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unschooling for the uninitiated

I’ll tell you why I talk about unschooling. Or as some call it, child directed learning, child delight learning, eclectic homeschooling, relaxed homeschooling…what other word describes the notion of letting go and letting them learn?

Yeah, that’s the reason to talk about unschooling.

To let go of control, and let them learn.

There’s this notion out there, that if you set up a system, organized, with a lot of people to officiate, and administer a grade and a class, a lecture, a lesson plan and an exam, then children learn, and they’ve received an education.

Yes. They will learn. In spite of our overorganized, rigid expectations and approaches.

Children learn. It’s what they do.

Great teachers, interested teachers, increase the chances of someone wanting to learn something. Of being interested. Of engaging. But the willfulness to learn is all on the kids. They don’t receive an education, they learn if they are invested.

They want to. No fear there. Unless they’ve been seriously neglected or abused, children were meant to grow and learn. Their bodies do it without consciousness.

They’re not necessarily eager to learn what you want them to learn, when you want them to learn, in the way you want them to learn. But by George, or Jack, or Annie, they want to learn.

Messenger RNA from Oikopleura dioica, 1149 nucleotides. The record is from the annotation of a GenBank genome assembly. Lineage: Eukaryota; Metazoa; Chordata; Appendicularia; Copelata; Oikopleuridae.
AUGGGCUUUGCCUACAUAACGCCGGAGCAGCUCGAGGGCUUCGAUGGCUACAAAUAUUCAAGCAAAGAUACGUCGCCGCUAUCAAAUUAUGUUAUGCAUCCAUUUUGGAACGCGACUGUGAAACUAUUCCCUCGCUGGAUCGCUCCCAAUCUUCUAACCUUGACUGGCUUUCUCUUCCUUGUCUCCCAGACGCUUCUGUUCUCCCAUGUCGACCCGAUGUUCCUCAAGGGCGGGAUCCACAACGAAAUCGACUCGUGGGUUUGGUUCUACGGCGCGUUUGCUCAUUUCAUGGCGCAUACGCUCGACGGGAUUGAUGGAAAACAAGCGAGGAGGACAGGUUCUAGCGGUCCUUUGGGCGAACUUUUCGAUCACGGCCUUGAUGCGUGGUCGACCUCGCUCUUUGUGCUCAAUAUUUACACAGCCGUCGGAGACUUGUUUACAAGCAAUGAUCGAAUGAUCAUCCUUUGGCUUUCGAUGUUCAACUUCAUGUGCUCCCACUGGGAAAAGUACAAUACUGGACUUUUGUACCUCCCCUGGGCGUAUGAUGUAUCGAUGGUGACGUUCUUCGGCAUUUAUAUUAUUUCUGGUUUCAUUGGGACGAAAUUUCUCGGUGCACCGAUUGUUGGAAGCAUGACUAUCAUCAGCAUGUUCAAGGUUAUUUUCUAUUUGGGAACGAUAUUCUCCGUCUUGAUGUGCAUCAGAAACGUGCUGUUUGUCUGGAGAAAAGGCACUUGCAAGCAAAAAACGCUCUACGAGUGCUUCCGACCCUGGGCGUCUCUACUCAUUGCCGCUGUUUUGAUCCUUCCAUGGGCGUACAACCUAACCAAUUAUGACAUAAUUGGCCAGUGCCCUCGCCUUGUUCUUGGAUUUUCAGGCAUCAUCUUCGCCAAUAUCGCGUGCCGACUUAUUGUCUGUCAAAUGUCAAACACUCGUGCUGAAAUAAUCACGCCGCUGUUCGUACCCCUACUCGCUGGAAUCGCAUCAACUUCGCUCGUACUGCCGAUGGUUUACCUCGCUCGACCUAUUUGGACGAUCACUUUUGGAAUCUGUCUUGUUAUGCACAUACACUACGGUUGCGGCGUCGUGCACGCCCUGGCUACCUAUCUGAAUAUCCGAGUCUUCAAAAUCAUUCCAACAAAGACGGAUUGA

1. So, occupy their time in meaningful ways.

But give them lots of space to be quiet, to pursue new interests, and discover themselves past boredom. A balance between prescribed and exploratory use of time.

Give them opportunities to be exposed to new worlds, in real human time, or in made up worlds of books. A balance between people and solitude.

Give them meaningful work that contributes to the well-being of their family and community through housework, childcare, farm work, volunteer work. Then let them play…no learning plans hidden behind their play, just easy, amusing play.

As the parent, we teach them how to structure their lives.

2. What do you want them to learn?

You’re their parent, what do you want them to learn? You don’t have to assume that because the neighbor kids are learning something, your kids must be learning it too. But it might be a prompt. What do you want them to learn? Why are they learning it?

The federal election is coming soon, Canadian sooner than American. What are the major political parties? What are the reasons one might vote for different party platforms? How do these two systems differ? What are their weaknesses and strengths? You might not care. My husband is passionate. Imagine what our dinner conversations look like.

August 2015 001

Me, I like reading. I could be called a professional reader, just sayin. I can move through quite a few books for a mama of four. So you can imagine that I like to read with my kiddos. “I Am Malala”, “To Set A Watchman” and “Thimbleful Summer” are our present reading selections. When studies start, our major mode of learning new worlds is through reading.

This is your chance to share your passions with your kiddos. Let your curiosities flow.

3. Who are your children?

What are they about? Listen to them. Their story isn’t complete. But you can take cues from their lives. As you provide opportunities for them, look for opportunities to pursue those interests.